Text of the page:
On Sunday driving out of Knowesgate past the shoe tree a flash of orangey back caught my eye in the hedgerow. I slammed on the brakes much to my mothers disapproval and reversed where I got a view of five to ten Brambling before they cut the corner off the field and disappeared from view. This species rarer than hens teeth  this winter I took the first opportunity to return to the spot parking in a gate which opened into a stubble field. Immediately flocks of birds lifted ff the ground before settling back. Two or three Skylarks were singing and then on the passage of a Land Rover up the road a throng of birds emerged from the grass. I counted 21 Skylark and hundreds of finches which perched high up in the trees next to the road. Closer inspection revealed them to be Brambling, Chaffinch, Goldfinch and Redpoll with other large flocks of Starlings, Meadow Pipits and Corvids also present. Just as I got settled to watch the throng was flushed by a Sparrowhawk who hunted in the most inept fashion fluttering with legs dangling as if confused by the amount of prey darting around him. The Brambling fortunately gathered atop one particular tree where I counted at least thirty.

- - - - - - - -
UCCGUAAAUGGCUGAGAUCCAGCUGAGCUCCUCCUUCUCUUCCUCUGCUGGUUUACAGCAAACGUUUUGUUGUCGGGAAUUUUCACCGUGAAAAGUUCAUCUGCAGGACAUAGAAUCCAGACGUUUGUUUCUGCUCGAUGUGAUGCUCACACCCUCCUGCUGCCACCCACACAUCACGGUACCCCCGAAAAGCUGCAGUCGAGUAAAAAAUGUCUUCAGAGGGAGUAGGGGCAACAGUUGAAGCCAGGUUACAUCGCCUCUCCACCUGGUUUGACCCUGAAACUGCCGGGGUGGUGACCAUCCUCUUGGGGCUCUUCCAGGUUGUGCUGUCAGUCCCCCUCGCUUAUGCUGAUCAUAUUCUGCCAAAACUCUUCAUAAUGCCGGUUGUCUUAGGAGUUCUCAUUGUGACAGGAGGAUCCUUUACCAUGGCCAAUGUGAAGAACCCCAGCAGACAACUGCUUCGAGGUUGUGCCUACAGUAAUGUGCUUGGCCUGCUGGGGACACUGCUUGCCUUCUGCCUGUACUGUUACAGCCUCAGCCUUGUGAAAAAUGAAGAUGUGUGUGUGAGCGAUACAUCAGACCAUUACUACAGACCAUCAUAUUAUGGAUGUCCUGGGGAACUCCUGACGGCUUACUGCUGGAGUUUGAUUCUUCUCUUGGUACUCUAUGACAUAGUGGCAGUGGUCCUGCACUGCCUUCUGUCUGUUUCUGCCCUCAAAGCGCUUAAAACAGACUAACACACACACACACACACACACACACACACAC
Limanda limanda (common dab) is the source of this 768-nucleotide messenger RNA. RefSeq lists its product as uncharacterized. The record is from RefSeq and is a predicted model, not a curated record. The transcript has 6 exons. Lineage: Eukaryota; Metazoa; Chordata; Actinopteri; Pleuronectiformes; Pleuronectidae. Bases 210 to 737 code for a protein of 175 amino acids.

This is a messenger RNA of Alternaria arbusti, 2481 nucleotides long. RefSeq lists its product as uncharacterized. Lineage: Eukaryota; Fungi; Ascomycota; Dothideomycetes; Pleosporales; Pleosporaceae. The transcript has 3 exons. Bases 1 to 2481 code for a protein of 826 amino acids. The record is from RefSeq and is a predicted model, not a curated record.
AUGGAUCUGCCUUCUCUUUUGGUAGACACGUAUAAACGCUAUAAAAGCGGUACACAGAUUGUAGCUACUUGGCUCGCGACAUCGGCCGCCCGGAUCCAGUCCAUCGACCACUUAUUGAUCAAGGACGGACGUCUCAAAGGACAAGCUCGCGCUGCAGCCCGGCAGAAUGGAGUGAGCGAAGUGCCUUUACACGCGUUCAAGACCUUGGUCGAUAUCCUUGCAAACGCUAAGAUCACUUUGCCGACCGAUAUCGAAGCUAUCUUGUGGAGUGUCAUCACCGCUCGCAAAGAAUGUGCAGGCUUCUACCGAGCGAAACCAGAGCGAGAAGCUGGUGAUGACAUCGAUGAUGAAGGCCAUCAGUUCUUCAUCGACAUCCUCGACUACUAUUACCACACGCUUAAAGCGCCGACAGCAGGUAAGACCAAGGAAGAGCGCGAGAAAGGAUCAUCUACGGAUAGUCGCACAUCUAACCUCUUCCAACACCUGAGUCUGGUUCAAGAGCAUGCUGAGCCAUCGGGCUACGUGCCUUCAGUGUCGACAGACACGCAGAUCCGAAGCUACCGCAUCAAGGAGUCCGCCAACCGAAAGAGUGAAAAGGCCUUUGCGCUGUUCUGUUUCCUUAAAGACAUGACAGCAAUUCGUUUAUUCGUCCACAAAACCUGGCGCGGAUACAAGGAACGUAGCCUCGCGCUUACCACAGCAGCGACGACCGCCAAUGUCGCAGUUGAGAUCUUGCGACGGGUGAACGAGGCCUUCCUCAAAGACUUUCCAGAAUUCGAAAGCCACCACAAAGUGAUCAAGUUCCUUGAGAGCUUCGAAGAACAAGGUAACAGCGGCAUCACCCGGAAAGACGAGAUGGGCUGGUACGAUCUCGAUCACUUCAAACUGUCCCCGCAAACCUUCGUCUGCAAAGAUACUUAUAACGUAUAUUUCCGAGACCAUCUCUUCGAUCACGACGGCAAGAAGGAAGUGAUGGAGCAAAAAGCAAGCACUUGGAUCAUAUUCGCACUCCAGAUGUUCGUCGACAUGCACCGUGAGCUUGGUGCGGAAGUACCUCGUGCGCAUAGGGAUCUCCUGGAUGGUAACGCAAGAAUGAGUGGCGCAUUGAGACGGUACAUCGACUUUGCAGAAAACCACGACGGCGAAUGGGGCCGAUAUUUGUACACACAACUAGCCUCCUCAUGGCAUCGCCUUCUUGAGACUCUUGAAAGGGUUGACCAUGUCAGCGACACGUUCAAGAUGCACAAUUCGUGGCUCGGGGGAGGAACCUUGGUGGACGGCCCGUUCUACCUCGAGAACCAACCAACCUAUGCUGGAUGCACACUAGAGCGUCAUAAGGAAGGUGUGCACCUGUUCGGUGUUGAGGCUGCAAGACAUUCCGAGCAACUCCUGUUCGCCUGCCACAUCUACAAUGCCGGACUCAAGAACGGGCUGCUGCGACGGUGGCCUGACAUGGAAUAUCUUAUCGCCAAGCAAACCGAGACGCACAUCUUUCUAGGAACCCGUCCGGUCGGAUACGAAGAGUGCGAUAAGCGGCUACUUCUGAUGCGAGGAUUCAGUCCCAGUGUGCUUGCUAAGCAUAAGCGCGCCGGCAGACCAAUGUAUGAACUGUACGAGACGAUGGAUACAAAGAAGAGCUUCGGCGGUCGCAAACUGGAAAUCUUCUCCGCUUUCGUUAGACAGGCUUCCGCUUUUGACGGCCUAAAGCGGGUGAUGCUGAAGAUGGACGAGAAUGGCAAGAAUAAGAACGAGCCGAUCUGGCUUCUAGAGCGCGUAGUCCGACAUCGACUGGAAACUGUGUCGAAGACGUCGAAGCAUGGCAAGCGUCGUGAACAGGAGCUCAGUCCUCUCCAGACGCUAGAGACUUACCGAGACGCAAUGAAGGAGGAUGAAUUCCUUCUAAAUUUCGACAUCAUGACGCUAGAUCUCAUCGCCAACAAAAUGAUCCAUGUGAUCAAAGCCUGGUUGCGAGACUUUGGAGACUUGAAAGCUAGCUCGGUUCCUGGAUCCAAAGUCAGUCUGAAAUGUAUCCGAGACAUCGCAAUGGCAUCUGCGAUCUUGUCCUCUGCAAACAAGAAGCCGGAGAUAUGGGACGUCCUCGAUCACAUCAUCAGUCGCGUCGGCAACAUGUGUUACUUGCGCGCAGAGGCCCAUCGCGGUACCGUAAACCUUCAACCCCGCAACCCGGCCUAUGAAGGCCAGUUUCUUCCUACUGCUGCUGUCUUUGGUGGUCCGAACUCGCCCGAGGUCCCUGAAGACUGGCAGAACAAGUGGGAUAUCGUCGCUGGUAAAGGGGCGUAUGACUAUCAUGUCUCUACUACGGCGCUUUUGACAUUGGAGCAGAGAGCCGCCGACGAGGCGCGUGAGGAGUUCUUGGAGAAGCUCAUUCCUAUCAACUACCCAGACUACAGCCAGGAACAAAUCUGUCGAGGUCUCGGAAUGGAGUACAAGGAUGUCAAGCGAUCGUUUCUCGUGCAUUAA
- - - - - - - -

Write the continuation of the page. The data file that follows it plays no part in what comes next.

If only more stubble was left over winter I'm sure many endangered species like Yellowhammer would stage a major recovery.

Winter kit


Checked Blyth south harbour for snobs yesterday but only found a flock of large gulls battling with Cormorant and Eider for fish guts being thrown off a boat. Hoping there was an Iceland in among them I check closely but only on bird stood out.
A winter plumage Kittiwake was the only small gull in the flock and seemed quite adept at choosing good moments to fly through the squabbling gulls to pluck its food from the water.
Then the flock lifted and the reason was soon apparent

It's what roads are for


Breaking into your lunch box